Barely 24 hours after he died, David Bowie was yesterday back on top of the music charts.
Blackstar, his final album, released four days before the 69-year-old musician lost a secret 18-month battle with cancer, peaked at No 1 on the US iTunes.
As grieving fans gathered in places linked to the singer to leave tributes and flowers in the London suburb of Brixton, where he was born; outside the star's old apartment in Berlin, where Bowie recorded his Heroes album; and in Hollywood, where his Walk of Fame star was covered with candles, flowers and glitter - his musical legacy took off.
In New Zealand's iTunes album chart, Bowie compilation album Nothing Has Changed took the No 1, No 4 and No 5 spots, while The Best of Bowie hit No 3, and Let's Dance No 6. In total, seven Bowie albums were sitting in the top 10 albums last night, while 12 more had placed in the top 40.
In Brixton, hundreds of fans gathered together under a mural of Bowie, and joined in an impromptu sing-along to some of the visionary British rock star's most famous tunes, including his first hit, Space Oddity.
The eulogy appeared to turn into a celebration of his life and music, as one fan with a guitar led a mass sing-along.
Brixton's Ritzy cinema reportedly put out a call on social media to have a street party - in a nod to Bowie's famous song with Mick Jagger - outside the theatre to pay tribute to Bowie, putting the words, "Our Brixton boy", on its marquee.
Stars of the music world, including the Rolling Stones, Madonna, rapper Kanye West, and Kiwi singer Lorde, all paid tribute to the legendary singer.
Lorde remembered the time she met Bowie, saying it heralded her into a new life.
"I've never met a hero of mine and liked it. It just sucks, the pressure is too huge, you can't enjoy it. David was different," she wrote on Facebook.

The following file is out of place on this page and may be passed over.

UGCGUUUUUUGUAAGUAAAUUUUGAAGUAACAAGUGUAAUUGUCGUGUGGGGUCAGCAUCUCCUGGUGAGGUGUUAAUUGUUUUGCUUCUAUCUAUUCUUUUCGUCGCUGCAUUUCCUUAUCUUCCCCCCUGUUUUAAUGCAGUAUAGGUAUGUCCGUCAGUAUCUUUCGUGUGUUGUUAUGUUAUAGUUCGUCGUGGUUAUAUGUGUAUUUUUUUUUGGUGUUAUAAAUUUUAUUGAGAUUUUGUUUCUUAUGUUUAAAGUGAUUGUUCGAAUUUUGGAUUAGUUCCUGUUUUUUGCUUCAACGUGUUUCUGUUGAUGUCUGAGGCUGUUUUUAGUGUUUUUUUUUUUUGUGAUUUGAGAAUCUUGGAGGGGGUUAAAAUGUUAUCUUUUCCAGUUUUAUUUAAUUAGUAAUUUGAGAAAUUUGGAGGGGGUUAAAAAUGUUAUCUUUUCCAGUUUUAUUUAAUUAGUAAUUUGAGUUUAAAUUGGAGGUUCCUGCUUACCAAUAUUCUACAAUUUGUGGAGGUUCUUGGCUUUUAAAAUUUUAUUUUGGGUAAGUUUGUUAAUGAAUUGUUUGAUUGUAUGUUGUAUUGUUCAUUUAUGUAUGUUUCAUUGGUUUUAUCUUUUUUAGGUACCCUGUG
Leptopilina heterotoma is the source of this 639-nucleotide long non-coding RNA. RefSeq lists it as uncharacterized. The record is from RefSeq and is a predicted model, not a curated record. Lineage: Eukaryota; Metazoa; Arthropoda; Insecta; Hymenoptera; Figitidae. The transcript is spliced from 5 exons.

"That night something changed in me - I felt a calmness grow, a sureness. I think in those brief moments, he heralded me into my next new life, an old rock and roll alien angel in a perfect grey suit.
"I realised everything I'd ever done, or would do from then on, would be done like maybe he was watching. I realised I was proud of my spiky strangeness because he had been proud of his. And I know I'm never going to stop learning dances, brand new dances."
Comedy duo Flight of the Conchords also bade farewell to Bowie.
"Goodbye to our Space Commander", Kiwi comedians Bret McKenzie and Jemaine Clement posted to Facebook, sharing a link to their song Bowie's in Space on YouTube, which has been viewed nearly three million times.
At the Burberry show at London Fashion Week, some models honoured Bowie by sporting glittery makeup, while some had written "Bowie" across their open palms.
Meanwhile, close friends of the star revealed they were also kept in the dark about the disease which claimed Bowie's life.
American musician and producer Nile Rodgers, a close friend of Bowie's for 30 years who worked with the singer on Let's Dance, said he suspected a couple of years ago that his friend may have health problems, but didn't think it was his place to ask.
"I didn't want to pry," he told the Associated Press.
Brian Eno, who collaborated with Bowie on Low and Heroes, said his death "came as a complete surprise, as did nearly everything else about him".
"I received an email from him seven days ago. It was as funny as always, and as surreal, looping through word games and allusions and all the usual stuff we did. It ended with this sentence: 'Thank you for our good times, brian. they will never rot'. And it was signed 'Dawn'.
"I realise now he was saying goodbye."
Whammy Bar, St Kevins Arcade, 183 Karangahape Rd.
Guests include DJs Marty Duda, Tina Turntables, DJ Skinny, Zac Arnold, John Baker, Steve Abel, Kailee Raven, Pennie Black.
Ding Dong Lounge, 26 Wyndham St, Auckland.
8pm to 4am. Free.
A selection from his 40+ year musical career over the PA.
San Fran, 171 Cuba St.
7.30pm to 11.30pm. Free.
Prize for the best Bowie on the night.